# Normal derivative of a $H^1$- Sobolev function

Let $u\in H^1(\Omega)$, where $\Omega$ is a bounded open set of $\mathbb{R}^n$ with Lipschitz boundary.

We denote the outward unit normal as $n$, defined a.e. on $\partial\Omega$, and the normal derivative of $u$ as

$$\frac{\partial u}{\partial n}:=\nabla u\cdot n.$$

Which space does the normal derivative belong to?

Is it possible to show $\frac{\partial u}{\partial n}\in L^2(\partial\Omega)$?

I think it's not possible if we don't require at least that $u\in H^2(\Omega)$. Indeed it is easy to get

$$\|\frac{\partial u}{\partial n}\|_{L^2(\partial \Omega)}\le \|\nabla u \|_{L^2(\partial \Omega)}.$$

By the Trace theorem, we know that $\nabla u \in L^2(\partial\Omega)$ if $\nabla u\in H^1(\Omega)$, i.e. $u\in H^2(\Omega)$.

Note that my notation is quite messy when I deal with the norm of the gradient...

• Can you help me understand the intuition that $u\in H^2(\Omega)$ should be required? My intuition is that $\|\partial_\nu u\|^2_{L^2(\partial \Omega} \leq \int_{\partial\Omega} |\nabla u||n| ds \leq \|\nabla u\|^2_{L^2} |\partial \Omega|$ so it seems like $\partial_\nu u \in L^2(\partial \Omega).$ – Matt Feb 1 '17 at 16:36
• Hmm. However on the other hand, the trace of $u$ on the boundary should live in $H^{1/2}$ and so a derivative would live in $H^{-1/2}$... So at least one (or both) of my intuitions is wrong! – Matt Feb 1 '17 at 16:41
• @Matt I edited my question in order to answer to your comment – avati91 Feb 1 '17 at 16:47
• Yes, I agree with your intuition. The trace theorem can do a bit better than you have written, but yes, we will lose some regularity of $u$ once we restrict to the boundary (this is the obvious thing I missed in my first comment!) Probably we can compute by hand a counter example where $\partial_\nu u \not \in L^2(\partial \Omega)$ by taking any $u \in H^1\setminus H^2$. – Matt Feb 1 '17 at 16:51
• Sounds reasonable! – avati91 Feb 1 '17 at 16:53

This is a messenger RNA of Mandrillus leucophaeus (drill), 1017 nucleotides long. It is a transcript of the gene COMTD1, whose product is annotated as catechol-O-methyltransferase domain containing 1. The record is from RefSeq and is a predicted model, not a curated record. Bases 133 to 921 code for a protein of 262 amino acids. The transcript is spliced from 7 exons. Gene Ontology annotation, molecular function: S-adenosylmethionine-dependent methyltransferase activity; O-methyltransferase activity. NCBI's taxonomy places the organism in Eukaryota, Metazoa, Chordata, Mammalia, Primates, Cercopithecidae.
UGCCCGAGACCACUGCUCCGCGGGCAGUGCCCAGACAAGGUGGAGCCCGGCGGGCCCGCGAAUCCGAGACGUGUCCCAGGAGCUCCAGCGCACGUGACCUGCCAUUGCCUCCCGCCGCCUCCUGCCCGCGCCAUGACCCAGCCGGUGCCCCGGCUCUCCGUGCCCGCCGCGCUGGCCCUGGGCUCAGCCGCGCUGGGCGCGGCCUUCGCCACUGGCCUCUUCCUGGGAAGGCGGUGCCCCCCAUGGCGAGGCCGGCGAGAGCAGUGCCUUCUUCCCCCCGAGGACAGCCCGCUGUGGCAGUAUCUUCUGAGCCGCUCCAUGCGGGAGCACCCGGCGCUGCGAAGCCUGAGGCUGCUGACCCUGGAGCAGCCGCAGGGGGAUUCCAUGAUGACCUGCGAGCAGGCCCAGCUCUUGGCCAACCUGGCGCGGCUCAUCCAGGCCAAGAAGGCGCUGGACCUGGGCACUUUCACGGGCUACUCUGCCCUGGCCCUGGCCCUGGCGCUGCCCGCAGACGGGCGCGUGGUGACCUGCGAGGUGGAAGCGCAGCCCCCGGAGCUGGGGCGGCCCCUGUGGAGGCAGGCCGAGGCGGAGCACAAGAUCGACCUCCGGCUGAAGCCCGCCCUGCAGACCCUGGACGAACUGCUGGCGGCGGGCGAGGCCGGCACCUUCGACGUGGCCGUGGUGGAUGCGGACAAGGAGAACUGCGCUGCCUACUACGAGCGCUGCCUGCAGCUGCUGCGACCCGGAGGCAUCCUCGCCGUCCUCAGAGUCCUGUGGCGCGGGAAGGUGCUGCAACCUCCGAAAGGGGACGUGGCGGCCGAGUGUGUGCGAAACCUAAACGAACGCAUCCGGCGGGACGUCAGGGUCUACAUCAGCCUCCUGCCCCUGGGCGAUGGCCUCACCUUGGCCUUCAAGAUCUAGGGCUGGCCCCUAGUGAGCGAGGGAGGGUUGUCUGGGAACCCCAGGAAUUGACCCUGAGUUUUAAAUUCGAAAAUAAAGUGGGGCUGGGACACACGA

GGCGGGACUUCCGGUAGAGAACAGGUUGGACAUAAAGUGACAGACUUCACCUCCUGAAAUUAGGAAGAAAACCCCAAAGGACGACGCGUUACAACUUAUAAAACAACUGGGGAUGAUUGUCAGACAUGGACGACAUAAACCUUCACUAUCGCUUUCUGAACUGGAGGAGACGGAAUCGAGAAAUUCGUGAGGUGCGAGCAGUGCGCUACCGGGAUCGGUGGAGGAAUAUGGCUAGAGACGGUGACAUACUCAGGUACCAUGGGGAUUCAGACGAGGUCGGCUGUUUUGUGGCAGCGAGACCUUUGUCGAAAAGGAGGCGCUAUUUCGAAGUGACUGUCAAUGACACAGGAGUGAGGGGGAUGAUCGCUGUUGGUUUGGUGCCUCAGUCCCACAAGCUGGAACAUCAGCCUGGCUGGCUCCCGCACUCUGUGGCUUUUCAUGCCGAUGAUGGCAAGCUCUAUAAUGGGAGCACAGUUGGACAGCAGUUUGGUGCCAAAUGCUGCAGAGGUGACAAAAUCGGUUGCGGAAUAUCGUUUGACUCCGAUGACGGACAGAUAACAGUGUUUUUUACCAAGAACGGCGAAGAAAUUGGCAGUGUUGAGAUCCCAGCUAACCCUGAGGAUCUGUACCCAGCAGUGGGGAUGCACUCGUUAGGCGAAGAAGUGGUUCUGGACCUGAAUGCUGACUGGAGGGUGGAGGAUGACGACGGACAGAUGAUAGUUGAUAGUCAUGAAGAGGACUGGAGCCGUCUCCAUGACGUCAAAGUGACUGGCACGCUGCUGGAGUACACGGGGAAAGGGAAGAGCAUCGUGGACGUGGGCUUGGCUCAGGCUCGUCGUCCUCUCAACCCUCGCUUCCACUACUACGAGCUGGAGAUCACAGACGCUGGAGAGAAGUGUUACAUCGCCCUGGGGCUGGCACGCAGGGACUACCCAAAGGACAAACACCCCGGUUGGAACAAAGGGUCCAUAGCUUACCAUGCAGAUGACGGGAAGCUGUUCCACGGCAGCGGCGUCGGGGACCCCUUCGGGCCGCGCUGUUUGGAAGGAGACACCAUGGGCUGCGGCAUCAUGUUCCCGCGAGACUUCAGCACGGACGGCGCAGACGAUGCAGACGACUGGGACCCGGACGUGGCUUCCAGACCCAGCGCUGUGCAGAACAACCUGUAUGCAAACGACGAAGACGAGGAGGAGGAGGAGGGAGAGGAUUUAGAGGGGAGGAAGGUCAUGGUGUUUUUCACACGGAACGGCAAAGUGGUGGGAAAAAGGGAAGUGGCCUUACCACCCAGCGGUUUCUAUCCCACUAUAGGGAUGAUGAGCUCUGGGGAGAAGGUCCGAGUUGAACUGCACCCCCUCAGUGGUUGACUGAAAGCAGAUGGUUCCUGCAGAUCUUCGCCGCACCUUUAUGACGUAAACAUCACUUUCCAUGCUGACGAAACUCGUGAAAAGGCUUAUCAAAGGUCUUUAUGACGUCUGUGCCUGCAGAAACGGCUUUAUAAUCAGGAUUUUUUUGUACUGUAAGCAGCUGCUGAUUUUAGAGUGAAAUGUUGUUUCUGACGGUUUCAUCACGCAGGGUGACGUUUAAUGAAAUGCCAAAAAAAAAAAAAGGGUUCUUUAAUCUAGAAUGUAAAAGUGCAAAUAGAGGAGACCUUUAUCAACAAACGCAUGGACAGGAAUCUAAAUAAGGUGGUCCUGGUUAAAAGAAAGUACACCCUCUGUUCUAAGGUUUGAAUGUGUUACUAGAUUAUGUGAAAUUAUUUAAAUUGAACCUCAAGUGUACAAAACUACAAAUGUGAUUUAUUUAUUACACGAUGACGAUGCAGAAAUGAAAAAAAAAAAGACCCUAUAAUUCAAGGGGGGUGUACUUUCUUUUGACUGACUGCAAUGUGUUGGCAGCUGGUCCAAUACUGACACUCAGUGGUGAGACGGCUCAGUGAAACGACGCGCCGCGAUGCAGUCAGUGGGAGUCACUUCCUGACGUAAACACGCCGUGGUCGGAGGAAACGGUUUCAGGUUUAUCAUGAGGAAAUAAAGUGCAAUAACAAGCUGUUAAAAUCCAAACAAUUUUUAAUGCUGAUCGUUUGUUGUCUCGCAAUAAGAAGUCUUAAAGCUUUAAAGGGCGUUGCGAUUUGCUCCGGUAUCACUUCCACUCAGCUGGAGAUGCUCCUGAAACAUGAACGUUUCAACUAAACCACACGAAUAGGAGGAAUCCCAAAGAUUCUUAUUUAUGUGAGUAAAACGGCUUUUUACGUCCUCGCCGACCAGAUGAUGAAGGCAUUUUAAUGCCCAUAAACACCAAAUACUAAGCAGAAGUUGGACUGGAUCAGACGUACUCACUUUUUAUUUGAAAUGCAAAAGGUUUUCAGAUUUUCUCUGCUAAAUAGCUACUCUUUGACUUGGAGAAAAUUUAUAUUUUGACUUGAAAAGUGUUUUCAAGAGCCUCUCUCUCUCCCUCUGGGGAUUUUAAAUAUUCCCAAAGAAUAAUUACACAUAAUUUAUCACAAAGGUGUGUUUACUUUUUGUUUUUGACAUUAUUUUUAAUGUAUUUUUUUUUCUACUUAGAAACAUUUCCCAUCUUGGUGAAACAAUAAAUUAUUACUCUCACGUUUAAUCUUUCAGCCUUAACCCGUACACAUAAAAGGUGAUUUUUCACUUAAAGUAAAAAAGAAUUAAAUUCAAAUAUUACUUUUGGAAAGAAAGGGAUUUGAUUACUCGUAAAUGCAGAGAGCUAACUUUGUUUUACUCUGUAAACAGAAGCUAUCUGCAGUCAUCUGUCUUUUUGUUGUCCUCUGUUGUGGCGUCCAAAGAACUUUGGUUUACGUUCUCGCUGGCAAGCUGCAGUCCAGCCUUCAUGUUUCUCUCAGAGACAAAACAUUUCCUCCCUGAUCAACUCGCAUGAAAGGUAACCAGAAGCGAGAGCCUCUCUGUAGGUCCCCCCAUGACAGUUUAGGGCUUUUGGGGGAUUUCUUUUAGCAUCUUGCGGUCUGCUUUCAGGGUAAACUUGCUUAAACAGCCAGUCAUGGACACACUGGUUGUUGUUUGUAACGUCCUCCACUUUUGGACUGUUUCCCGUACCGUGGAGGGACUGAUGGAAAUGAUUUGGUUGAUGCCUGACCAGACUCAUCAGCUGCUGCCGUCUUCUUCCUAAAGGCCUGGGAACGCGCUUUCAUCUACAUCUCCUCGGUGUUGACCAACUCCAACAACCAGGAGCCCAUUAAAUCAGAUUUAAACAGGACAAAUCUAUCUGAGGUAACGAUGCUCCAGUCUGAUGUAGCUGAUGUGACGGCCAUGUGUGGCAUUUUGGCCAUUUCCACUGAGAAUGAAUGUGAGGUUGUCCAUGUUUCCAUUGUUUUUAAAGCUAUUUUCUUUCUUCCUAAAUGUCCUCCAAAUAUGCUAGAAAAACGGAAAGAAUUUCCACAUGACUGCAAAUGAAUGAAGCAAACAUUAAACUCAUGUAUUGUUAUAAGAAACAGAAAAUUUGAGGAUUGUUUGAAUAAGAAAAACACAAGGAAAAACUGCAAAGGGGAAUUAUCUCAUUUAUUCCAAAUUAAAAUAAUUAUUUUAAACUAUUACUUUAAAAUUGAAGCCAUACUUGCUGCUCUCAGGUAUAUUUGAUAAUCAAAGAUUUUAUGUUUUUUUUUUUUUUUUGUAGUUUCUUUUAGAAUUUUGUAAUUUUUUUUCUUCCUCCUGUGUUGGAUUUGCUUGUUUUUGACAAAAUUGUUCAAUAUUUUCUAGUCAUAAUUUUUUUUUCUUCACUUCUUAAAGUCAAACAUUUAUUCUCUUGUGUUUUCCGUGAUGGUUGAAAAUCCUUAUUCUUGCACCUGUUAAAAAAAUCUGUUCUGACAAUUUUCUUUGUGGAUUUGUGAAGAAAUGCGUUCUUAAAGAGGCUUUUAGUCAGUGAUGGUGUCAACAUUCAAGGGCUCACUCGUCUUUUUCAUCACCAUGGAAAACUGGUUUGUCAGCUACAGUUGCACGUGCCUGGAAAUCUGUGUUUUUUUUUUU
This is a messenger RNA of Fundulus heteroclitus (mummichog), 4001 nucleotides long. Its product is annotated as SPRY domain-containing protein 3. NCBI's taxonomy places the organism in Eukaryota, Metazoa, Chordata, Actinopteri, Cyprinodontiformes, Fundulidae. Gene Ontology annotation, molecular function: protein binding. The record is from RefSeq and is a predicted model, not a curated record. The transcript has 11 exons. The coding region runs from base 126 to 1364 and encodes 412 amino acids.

If $$u$$ belongs merely to $$H^1(\Omega)$$, then you cannot define a normal-derivative-trace operator.
Indeed, if $$T : H^1(\Omega) \to S(\partial\Omega)$$ would be such an operator, where $$S(\partial\Omega)$$ is some Banach space on the boundary and if $$T$$ would be linear, you arrive at the following contradiction: if $$T$$ is reasonably defined, you would have $$T \varphi = 0$$ for all $$\varphi \in C_c^\infty(\Omega)$$. By density of $$C_c^\infty(\Omega)$$ in $$H_0^1(\Omega)$$ and continuity of $$T$$, this implies $$T u = 0$$ for all $$u \in H_0^1(\Omega)$$. But this is absurd (consider $$u \in C^1(\bar\Omega)$$).
On the other hand, if $$u \in H^1(\Omega)$$ and $$\Delta u \in L^2(\Omega)$$, you can define the trace of the normal derivative in $$H^{-1/2}(\Omega)$$ by duality. Indeed, for regular $$v$$, you have $$\int_\Omega \Delta u \, v + \nabla u \cdot \nabla v \, \mathrm{d}x = \int_{\partial\Omega} \frac{\partial u}{\partial n} \, v \, \mathrm{d}s.$$ Now, if $$v \in H^{1/2}(\partial\Omega)$$ is arbitrary (and $$\Omega$$ possesses some regularity), you find $$E v \in H^1(\Omega)$$ with $$(Ev)|_{\partial\Omega} = v$$. Then, you define $$\langle \frac{\partial u}{\partial n}, v \rangle := \int_\Omega \Delta u \, Ev + \nabla u \cdot \nabla Ev \, \mathrm{d}x.$$
• In fact, we only need $u \in H^1(\Omega) \cap H(div,\Omega)$ to define the trace of normal derivative. This is an important result of Lions and Magenes (Non-Homogeneous Boundary Value Problems and Applications Vol. 1). – macnguyen Nov 9 '20 at 22:59
• What do you mean by $H(div,\Omega)$? Typically, this is the space of vector-valued $u \in L^2(\Omega)^n$ with $div(u) \in L^2(\Omega)$. However, in the question, $u$ is a scalar-valued function. – gerw Nov 10 '20 at 8:09
• My bad, it should be $u \in H^1(\Omega)$ and $\nabla u \in H(div, \Omega)$. What I was trying to say is, we don't actually need anything related to second derivative in order to define the normal trace. This turns out to be more convenient, especially when choosing suitable spaces for weak formulation of certain PDEs. – macnguyen Nov 11 '20 at 16:59
• @macnguyen: But $\nabla u \in H(div,\Omega)$ is actually the very same as $\Delta u \in L^2(\Omega)$. – gerw Nov 11 '20 at 19:12